More specifically, as I said above, you need to learn to tell yourself that you may never get to something you want or desire, but it’s okay because you’re sacrificing it for something greater, something you’re truly passionate about.

The trick, then, is how to accomplish this?  How do you choose 1 or 2 things you’re most passionate about and prioritize them when you’ve been working towards so many different things for so long?  How can you just say “eh, never mind doing that with my life” like it is deciding between soup or salad?  Unfortunately I don’t have any sure fire answers, except that you need to sit down and prioritize your life as if it was your daily chores, and then you need to train your brain to stick to those priorities.

For the rest of this blog post, I am going to try to use stream of consciousness to do just that.  I won’t edit any of the following so that it comes out raw, so sorry if it’s a bit more like rambling than a coherent answer to prioritizing!

Prioritizing My Life

For the past 10 years, I have continuously mixed in new experiences to those I have had since I was a kid, and this has given me a lot of wisdom, but it has also caused me to be in a position where I am in my 30’s without much direction.  This can be seen in everything I do from the jobs I’ve held (technology, clerical, education, sales…) to the video games I play (always skipping around and never finishing any).  I’m at a point in my life where this no longer is going to work for me and the only way for me to be happy is to take all of those things I have learned, the things I have become passionate about, and pull out the 2-3 things that need to stay and put the rest away inside a folder that may never be opened again.  Lets call it the Folder of Lost Passions (that’s not too bleak is it?)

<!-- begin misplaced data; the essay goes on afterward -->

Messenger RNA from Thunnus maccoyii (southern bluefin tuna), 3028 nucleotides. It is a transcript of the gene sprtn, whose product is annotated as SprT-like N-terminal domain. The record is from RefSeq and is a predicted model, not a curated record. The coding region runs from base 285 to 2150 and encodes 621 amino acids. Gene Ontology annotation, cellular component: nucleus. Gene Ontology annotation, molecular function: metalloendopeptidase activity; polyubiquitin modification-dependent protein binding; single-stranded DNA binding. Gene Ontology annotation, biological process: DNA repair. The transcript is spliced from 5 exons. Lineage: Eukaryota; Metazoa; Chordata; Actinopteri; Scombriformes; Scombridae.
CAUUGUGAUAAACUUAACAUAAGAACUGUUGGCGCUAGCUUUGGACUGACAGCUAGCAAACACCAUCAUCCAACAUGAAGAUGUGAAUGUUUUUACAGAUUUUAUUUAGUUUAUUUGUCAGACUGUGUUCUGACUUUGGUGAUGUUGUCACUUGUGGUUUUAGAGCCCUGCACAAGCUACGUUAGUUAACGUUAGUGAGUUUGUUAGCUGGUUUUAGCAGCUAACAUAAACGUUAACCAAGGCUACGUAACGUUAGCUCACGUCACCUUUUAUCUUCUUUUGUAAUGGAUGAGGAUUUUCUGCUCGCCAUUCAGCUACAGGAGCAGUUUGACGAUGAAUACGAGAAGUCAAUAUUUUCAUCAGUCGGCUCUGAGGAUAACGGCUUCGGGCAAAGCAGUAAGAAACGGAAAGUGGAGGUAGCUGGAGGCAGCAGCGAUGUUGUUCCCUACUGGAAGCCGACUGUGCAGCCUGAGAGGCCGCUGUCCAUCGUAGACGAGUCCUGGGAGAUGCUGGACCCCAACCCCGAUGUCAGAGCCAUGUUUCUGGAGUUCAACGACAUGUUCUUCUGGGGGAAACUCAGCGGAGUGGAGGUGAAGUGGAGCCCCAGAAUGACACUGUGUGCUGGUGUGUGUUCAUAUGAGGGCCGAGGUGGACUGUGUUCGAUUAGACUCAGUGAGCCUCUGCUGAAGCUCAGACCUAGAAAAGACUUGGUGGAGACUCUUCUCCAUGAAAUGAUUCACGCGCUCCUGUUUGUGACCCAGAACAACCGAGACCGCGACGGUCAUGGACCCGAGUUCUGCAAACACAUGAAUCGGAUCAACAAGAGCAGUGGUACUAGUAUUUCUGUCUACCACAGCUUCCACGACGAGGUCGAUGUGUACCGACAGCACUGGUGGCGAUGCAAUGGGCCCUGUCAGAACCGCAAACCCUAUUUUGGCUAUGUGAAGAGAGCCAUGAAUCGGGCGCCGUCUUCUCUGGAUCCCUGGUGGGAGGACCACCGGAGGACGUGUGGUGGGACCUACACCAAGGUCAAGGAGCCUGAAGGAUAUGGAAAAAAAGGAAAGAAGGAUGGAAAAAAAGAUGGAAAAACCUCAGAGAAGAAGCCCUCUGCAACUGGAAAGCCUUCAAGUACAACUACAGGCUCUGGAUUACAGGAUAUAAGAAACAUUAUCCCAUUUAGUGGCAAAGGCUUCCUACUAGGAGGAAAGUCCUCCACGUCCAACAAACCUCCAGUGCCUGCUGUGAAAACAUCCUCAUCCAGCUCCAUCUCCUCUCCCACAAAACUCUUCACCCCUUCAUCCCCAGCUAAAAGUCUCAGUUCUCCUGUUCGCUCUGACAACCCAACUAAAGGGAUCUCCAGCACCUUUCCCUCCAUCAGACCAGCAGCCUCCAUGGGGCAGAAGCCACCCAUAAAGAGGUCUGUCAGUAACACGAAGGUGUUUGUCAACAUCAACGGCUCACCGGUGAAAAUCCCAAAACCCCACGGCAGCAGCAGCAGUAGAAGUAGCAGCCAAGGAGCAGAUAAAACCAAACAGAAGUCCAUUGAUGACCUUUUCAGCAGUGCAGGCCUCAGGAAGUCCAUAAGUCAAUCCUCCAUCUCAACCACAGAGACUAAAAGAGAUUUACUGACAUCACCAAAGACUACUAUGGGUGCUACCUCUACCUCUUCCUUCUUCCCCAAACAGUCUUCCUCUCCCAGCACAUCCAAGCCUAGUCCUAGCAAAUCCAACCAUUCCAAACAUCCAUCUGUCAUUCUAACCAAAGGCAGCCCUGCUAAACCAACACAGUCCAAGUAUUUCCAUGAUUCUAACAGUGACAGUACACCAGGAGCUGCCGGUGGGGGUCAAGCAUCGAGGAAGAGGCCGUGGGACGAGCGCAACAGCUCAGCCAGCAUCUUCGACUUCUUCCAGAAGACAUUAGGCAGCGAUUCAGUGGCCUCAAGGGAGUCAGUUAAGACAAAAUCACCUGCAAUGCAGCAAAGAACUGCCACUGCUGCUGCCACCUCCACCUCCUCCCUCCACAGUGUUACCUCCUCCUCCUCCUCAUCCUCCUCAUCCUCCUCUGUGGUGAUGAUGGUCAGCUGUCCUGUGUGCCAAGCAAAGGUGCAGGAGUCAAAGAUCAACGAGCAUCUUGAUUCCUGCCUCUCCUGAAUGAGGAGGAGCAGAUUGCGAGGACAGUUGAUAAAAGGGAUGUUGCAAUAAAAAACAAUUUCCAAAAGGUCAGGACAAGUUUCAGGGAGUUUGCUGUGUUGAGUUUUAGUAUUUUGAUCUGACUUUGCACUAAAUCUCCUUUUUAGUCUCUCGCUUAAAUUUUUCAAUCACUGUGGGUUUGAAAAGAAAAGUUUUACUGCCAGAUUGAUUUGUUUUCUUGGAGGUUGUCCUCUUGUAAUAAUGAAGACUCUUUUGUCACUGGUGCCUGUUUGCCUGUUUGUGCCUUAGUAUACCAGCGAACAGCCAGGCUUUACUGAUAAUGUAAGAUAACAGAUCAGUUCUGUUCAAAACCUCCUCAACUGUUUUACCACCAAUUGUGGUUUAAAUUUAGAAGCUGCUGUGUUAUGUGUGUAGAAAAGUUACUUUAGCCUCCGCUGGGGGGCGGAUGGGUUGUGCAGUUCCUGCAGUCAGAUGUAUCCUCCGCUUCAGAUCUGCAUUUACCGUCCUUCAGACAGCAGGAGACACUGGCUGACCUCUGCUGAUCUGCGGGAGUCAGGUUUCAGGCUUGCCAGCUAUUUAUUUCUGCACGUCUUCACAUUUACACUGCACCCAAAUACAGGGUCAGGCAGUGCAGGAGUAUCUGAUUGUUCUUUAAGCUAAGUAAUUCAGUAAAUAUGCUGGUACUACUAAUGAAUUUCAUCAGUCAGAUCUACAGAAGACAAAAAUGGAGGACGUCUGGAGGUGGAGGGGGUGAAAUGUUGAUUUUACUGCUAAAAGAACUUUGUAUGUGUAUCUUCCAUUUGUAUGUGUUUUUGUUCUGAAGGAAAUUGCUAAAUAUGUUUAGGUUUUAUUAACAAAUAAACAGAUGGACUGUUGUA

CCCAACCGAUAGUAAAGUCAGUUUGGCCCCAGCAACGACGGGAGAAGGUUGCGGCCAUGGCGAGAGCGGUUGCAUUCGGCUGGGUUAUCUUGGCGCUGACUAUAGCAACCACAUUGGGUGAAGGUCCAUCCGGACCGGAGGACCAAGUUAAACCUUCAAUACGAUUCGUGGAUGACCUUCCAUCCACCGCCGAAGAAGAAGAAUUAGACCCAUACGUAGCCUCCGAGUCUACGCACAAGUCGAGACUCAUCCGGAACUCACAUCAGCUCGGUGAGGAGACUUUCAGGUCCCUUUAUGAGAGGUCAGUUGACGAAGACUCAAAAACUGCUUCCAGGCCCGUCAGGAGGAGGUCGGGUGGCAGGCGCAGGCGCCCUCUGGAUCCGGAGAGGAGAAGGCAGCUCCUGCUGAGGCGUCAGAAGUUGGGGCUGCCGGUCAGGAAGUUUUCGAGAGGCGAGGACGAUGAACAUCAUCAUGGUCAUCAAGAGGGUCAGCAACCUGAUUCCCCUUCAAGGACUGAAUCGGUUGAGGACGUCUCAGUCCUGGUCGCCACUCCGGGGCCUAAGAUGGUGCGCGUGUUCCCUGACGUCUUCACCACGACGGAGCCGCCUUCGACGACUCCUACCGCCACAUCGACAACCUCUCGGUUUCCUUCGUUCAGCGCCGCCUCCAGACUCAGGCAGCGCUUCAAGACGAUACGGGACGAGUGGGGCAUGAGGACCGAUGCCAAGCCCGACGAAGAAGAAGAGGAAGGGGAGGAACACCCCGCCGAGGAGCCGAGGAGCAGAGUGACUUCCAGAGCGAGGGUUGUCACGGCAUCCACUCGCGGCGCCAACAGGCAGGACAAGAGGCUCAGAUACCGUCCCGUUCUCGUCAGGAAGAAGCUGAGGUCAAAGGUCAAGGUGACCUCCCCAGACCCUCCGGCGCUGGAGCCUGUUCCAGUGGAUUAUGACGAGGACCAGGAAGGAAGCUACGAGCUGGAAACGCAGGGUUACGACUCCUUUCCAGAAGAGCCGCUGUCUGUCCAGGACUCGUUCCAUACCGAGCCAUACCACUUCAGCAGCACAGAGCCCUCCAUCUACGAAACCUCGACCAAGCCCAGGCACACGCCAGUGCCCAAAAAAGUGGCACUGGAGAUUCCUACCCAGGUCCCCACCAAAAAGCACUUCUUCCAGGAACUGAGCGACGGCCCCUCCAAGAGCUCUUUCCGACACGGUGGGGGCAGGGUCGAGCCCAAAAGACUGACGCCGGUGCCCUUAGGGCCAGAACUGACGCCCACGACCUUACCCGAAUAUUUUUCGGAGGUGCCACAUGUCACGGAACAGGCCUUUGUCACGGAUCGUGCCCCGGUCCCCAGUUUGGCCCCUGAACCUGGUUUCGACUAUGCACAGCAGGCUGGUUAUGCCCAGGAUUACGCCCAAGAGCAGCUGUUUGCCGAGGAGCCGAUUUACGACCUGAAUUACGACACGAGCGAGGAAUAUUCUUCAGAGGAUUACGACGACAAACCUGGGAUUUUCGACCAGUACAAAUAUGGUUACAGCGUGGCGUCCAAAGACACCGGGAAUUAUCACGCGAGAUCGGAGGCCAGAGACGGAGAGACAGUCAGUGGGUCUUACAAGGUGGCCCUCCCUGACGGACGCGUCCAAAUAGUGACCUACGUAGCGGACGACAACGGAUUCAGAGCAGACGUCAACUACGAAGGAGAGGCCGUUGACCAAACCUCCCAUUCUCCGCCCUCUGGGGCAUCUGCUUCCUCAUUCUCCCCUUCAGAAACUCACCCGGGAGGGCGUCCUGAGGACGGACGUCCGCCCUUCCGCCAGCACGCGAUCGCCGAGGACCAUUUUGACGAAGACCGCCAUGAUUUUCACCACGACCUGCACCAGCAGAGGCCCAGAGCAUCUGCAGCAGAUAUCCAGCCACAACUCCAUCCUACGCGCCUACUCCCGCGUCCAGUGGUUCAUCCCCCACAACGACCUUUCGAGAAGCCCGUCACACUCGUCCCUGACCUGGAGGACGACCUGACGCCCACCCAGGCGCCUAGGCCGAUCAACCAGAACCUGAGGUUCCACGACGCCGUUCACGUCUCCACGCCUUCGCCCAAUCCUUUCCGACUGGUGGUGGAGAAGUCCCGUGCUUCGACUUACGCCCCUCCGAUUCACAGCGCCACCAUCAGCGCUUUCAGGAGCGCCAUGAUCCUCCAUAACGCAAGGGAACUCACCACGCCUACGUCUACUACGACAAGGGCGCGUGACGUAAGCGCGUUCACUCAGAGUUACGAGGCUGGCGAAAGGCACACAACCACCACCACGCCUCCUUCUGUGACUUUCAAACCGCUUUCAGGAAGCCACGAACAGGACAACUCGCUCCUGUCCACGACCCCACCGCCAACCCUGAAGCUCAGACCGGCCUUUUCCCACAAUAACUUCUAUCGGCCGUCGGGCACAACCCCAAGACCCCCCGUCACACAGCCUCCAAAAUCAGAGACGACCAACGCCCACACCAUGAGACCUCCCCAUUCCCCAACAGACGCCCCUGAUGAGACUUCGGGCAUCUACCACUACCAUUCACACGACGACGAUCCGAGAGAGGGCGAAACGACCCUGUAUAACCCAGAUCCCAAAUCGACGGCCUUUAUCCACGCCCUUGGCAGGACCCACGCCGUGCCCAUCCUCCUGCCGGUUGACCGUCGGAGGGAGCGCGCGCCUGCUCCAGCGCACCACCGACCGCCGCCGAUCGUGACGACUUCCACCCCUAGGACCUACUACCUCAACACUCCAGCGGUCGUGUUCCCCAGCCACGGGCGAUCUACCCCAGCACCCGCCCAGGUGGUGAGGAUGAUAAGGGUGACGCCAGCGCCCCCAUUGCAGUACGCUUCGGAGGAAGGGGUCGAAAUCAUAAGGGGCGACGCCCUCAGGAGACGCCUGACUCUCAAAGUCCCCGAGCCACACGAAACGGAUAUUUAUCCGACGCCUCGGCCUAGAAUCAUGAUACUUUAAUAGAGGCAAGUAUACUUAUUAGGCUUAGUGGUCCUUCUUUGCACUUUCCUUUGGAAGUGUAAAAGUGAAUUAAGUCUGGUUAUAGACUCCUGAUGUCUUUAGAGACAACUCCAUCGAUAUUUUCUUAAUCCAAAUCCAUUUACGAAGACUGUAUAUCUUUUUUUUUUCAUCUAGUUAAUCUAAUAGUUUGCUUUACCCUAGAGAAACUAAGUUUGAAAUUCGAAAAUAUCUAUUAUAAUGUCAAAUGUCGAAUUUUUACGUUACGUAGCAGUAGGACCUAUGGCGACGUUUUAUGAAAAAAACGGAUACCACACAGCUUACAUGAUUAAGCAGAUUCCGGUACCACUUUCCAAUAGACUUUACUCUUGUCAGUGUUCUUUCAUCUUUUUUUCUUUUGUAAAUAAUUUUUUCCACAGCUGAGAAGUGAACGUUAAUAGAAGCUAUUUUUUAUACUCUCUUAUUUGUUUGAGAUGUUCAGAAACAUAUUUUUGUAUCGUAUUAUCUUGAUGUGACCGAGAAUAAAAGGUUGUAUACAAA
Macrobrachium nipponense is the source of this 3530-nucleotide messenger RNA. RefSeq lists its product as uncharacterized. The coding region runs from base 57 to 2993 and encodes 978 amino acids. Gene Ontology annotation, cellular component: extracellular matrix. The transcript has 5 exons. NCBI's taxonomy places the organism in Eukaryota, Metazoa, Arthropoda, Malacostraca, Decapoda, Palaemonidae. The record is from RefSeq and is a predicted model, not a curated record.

The first thing that comes to mind is becoming a known author.  This has been my life-long goal, the only passion I’ve held since I was a kid.  I’ve wanted to be an author for literally longer than I can remember.  I don’t remember a point in my life that I didn’t have this in the back of my head.  I remember when I was a little kid saying to myself that one day I WILL be a published author, and nothing would stop me.  Writing is my priority #1, that much is clear.

Becoming a programmer is something I have always wanted to do.  I taught myself HTML at 16, learned some C++ in my late teens, Java and Ruby in my mid 20’s, but never enough to do anything with it.  I love the idea of being able to program my own stuff, but I don’t think this is something I can prioritize.  I’m putting this in the Folder of Lost Passions.

Creating my own video game goes along with programming.  While the two don’t necessarily go hand in hand, they do compliment each other.  At one point I thought I wanted to do this as a career, even sunk 100’s of hours into it, but now I think it needs to go into the Folder of Lost Passions.

Learning Japanese and Tagalog are both things that I have, at one point in my life, told myself there is nothing more I want to learn, but the truth is I don’t ever see myself learning Japanese again.  I know enough to get by, I know how to write the language, it’s a good skill to have, but I’m putting Japanese in the Folder of Lost Passions.  Tagalog on the other hand is going to be a Wild Card pick.  While I’m not going to prioritize it, I’m also not putting it into the Folder of Lost Passions.  It’s something I feel like I need to do, and so I will….sometime.

Teaching in any capacity is probably going to be more of a “I need money” choice, rather than a passion from this point on.  I don’t think I’ll ever teach creative writing in college, nor 21st century skills to kids, it just isn’t practical for the priorities I want in my life.  I may stick to education for the foreseeable future as a career (until my writing takes off), but it’ll never be a passion again.  Into the Folder of Lost Passions!